But whether the plan for a new organization of the Church, which we have proposed, meet with acceptance or not, something must be done to alleviate or remove some of the inconveniences which at present attend the meetings of the General Assembly of the Presbyterian Church. The evil begins to be felt so seriously by many, that an effort will undoubtedly be made, at the next meeting of the General Assembly, to have some proposition sent down to the presbyteries, to effect such an alteration in the constitution of the Church, as will diminish the number of members in the Assembly. Some presbyteries have already had the subject under consideration, and at least one synod has directed that a memorial be laid before the next meeting of the Assembly, the object of which is to request, that measures be taken to reduce the number of members in that body. Different methods of effecting this object have been proposed. It is evident, that it will not do to increase the ratio of representation from the presbyteries, for this would be to allow the small presbyteries an undue advantage over the same number of members in the large presbyteries, unless it should be so ordered, that two small presbyteries should unite in sending delegates. Another method of attaining the object which has been repeatedly proposed, is to alter the constitution so that the commissioners to the Assembly should be appointed by the synods, instead of the presbyteries, according to a ratio which would limit the number of members within moderate bounds; and provision might be made in the rule, which should be adopted, that the delegates should be chosen from the presbyteries composing the synod, so that each should have the privilege of furnishing its just proportion. Although we prefer a more radical reform, and are of opinion, that all other measures will prove mere palliations, and that the difficulty will recur, and the pressure be felt hereafter as sensibly as at present; yet we are so deeply convinced of the necessity of adopting speedy measures to reduce the Assembly to a convenient size, that we will concur in either of the plans yet mentioned, if this should be found agreeable to a large majority of the Church. Certainly, there ought to be no objection to sending down some one of these plans to the presbyteries. we see no evil as likely to arise, from sending down all of them, and letting the presbyteries choose the one which, in their judgment, is the best; or, if they should, after all that has happened, be of opinion that nothing ought to be done, be it so. They have the natural and constitutional right to determine this matter.

We have been induced to bring this subject before the Churches, that there may be an opportunity of giving it an impartial examination; and that the delegates to the next General Assembly may come up to that body prepared to act on the subject. And if the Presbyteries, generally, would consider the subject, and instruct their commissioners in regard to this matter, it would probably prevent a great deal of unnecessary discussion in the Assembly. We should be gratified also, if what we have written should invite free and temperate discussion in the periodical papers, between this time and the meeting of the supreme judicatory of the Church. If a plan better than any which has been thought of or proposed by us shall be brought forward, we shall be ready to adopt it in the place of our own, and will promote it as cordially as if it had been devised by ourselves.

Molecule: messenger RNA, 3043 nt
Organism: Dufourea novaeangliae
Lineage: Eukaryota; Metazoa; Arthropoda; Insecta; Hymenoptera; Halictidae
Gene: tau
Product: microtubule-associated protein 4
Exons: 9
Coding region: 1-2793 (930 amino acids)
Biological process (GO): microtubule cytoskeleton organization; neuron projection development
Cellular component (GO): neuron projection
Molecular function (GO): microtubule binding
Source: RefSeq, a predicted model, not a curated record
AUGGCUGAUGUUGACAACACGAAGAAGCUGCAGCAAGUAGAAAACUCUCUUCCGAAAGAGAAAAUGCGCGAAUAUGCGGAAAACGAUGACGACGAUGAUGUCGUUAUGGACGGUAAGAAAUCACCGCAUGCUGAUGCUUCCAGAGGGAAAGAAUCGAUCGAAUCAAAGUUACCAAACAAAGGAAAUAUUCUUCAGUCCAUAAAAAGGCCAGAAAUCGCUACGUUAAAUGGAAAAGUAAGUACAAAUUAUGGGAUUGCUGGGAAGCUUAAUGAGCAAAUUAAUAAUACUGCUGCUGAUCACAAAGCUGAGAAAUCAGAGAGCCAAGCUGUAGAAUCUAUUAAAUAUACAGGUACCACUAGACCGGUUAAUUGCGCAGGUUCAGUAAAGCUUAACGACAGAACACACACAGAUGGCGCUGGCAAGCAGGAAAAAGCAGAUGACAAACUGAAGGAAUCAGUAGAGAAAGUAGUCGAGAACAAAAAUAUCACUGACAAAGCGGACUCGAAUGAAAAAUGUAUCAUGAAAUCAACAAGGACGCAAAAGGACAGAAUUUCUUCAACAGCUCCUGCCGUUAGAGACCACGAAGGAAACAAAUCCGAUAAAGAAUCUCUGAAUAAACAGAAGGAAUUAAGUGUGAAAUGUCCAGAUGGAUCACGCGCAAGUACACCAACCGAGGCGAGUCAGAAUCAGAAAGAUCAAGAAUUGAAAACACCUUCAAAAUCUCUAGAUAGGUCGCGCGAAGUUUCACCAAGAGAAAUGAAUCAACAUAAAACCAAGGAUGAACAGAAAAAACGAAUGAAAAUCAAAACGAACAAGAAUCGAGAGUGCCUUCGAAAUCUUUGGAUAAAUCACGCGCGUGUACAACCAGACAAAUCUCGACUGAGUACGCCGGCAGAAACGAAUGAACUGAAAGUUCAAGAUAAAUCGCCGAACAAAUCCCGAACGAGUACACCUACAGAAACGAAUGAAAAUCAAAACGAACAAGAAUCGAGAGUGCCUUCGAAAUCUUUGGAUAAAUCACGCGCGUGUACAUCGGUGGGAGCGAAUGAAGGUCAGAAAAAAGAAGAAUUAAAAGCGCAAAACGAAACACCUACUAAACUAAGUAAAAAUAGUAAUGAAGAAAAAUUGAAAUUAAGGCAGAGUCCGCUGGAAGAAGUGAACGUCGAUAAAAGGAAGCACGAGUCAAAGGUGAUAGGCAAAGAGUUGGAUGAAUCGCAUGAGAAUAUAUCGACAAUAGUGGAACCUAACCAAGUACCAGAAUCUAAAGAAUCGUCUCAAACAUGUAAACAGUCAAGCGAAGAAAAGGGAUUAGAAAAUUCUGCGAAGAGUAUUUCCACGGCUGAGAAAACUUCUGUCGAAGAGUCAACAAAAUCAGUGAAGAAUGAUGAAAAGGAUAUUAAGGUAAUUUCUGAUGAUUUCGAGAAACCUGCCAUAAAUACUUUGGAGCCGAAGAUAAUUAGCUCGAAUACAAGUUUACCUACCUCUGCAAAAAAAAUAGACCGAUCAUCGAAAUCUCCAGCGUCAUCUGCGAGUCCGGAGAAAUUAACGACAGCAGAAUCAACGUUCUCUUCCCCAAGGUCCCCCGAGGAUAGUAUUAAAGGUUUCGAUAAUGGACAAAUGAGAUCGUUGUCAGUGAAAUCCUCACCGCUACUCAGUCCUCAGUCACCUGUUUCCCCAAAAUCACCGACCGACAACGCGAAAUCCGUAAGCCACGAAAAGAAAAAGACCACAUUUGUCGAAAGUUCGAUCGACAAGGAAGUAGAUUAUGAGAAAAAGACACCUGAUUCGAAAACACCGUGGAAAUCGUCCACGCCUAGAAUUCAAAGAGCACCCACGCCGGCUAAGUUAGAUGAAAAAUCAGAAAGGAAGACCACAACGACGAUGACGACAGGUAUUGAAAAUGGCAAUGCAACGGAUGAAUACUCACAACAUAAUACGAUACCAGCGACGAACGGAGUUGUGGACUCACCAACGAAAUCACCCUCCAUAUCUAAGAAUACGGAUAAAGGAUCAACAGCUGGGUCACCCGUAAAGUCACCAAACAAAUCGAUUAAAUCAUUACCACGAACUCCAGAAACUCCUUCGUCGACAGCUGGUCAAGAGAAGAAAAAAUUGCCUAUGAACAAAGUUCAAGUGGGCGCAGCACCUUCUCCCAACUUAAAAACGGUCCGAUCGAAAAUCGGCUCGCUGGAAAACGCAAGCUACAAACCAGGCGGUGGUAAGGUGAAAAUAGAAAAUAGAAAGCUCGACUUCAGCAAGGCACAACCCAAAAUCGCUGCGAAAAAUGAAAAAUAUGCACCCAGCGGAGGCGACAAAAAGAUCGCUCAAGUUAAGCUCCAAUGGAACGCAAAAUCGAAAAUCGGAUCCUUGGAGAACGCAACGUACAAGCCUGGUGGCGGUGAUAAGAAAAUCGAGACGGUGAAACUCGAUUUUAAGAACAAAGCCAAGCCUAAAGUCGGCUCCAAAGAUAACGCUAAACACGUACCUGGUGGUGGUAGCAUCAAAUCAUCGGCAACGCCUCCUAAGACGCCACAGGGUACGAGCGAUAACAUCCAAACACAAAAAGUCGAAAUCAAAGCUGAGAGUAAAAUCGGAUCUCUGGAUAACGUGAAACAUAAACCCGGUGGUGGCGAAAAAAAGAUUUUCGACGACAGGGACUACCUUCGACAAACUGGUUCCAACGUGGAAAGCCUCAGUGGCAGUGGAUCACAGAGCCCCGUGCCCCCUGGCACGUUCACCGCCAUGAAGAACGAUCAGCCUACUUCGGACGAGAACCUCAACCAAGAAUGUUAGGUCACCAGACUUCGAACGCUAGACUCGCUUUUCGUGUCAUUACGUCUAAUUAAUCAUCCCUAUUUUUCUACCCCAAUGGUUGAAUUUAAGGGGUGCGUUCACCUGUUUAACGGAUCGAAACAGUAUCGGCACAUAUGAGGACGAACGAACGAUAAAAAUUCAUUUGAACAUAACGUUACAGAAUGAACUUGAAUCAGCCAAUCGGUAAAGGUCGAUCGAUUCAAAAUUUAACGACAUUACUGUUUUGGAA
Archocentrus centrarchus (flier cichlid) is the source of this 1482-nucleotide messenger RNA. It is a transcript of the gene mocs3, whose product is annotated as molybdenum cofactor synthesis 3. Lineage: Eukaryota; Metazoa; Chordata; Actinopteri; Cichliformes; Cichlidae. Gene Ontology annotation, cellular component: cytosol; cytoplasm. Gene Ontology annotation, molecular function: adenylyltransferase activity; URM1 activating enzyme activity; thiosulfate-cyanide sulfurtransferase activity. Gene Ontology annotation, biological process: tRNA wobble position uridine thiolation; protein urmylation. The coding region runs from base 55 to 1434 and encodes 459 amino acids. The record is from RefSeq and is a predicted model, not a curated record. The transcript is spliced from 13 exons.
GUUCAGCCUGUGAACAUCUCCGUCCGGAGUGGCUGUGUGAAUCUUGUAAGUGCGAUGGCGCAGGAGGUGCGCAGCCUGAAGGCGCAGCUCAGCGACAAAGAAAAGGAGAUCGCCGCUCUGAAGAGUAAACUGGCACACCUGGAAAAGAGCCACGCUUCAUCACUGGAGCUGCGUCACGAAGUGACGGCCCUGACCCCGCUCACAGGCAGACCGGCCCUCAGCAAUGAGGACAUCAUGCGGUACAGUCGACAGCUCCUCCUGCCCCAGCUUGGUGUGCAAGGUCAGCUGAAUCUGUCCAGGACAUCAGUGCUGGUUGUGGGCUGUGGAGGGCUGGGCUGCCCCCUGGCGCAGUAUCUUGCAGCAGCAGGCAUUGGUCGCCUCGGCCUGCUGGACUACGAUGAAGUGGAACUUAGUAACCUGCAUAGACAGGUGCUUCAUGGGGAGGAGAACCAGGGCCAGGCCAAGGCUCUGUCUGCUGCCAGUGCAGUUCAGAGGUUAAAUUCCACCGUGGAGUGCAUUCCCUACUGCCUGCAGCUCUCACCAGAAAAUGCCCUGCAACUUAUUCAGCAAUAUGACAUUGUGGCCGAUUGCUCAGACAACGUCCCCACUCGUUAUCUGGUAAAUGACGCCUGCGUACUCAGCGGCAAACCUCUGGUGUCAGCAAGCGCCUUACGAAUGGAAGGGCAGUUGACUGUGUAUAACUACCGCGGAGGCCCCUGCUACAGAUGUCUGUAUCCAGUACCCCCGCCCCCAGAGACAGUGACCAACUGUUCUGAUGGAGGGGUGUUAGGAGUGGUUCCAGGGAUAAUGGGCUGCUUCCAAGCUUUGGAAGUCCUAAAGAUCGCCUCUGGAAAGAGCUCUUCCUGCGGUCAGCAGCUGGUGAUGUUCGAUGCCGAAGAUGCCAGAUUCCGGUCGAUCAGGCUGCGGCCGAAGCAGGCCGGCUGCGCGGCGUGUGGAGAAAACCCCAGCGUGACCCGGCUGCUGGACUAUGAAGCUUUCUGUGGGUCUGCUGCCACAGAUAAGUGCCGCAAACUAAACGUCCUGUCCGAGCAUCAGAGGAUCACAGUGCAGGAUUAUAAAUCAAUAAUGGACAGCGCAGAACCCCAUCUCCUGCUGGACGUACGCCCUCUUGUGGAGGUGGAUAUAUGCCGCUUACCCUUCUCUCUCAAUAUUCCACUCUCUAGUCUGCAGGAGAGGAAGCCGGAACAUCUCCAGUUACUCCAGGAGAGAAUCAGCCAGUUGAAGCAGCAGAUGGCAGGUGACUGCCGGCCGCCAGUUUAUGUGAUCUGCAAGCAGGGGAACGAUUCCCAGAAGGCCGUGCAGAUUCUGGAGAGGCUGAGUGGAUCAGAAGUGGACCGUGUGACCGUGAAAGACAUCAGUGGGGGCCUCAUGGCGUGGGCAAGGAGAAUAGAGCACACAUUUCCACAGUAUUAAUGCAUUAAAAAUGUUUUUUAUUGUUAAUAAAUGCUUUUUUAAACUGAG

The principles and tendency of German criticism, as applied to sacred subjects, have been so long, and so justly, objects of suspicion with the religious public, that we are glad of an opportunity to bring before our readers something better from that quarter. We take pleasure, even in announcing the existence of such works as the Christologie of which we have already given specimens, and the volume now before us, from the same pen.

It is as pleasing as it is novel, to read books so strongly marked with all that learning and acuteness which constitute the glory of the German literati, yet having for their object the defence of revelation, and savouring throughout of evangelical religion. The present publication may, indeed, be regarded as a direct attack upon that form of infidelity which arrogates the lofty name of rationalism, or rational religion, and instead of rejecting the Scriptures in a mass, chooses rather to destroy their divine authority and practical effect by the plausible refinements of a subtle criticism. The author, who is known to some of our readers, we presume, as the conductor of an evangelical religious newspaper, and to others as a young but very learned and devout professor in the Berlin University, informs us in his preface, that he had determined to compose a compendious introduction to the Old Testament, for the express purpose of counteracting a work of the same kind by the learned neologist de Wette. As such a work, with such a design, however, was a new thing under the sun, he soon found that it would be necessary to go into large details, and pursue minute inquiries, for the purpose of detecting falsehood and establishing the truth. This led him to project a larger work upon the same general plan, but in filling up the outline, he discovered that some single branches of the subject furnished matter for as many volumes, and were too important to be hurried over slightly. He finally determined to discuss these topics seriatim, publishing the results of his research from time to time. Of this series we have here the first volume, intended to demonstrate the genuineness

Die Authentie des Daniel und die Integritæt des Sacharjah, erwiesen von Ernst Wilhelm Hengstenberg, Dr. der Phil. & der Theol. der letzt. ord. Prof. Berlin, 1831, 8vo.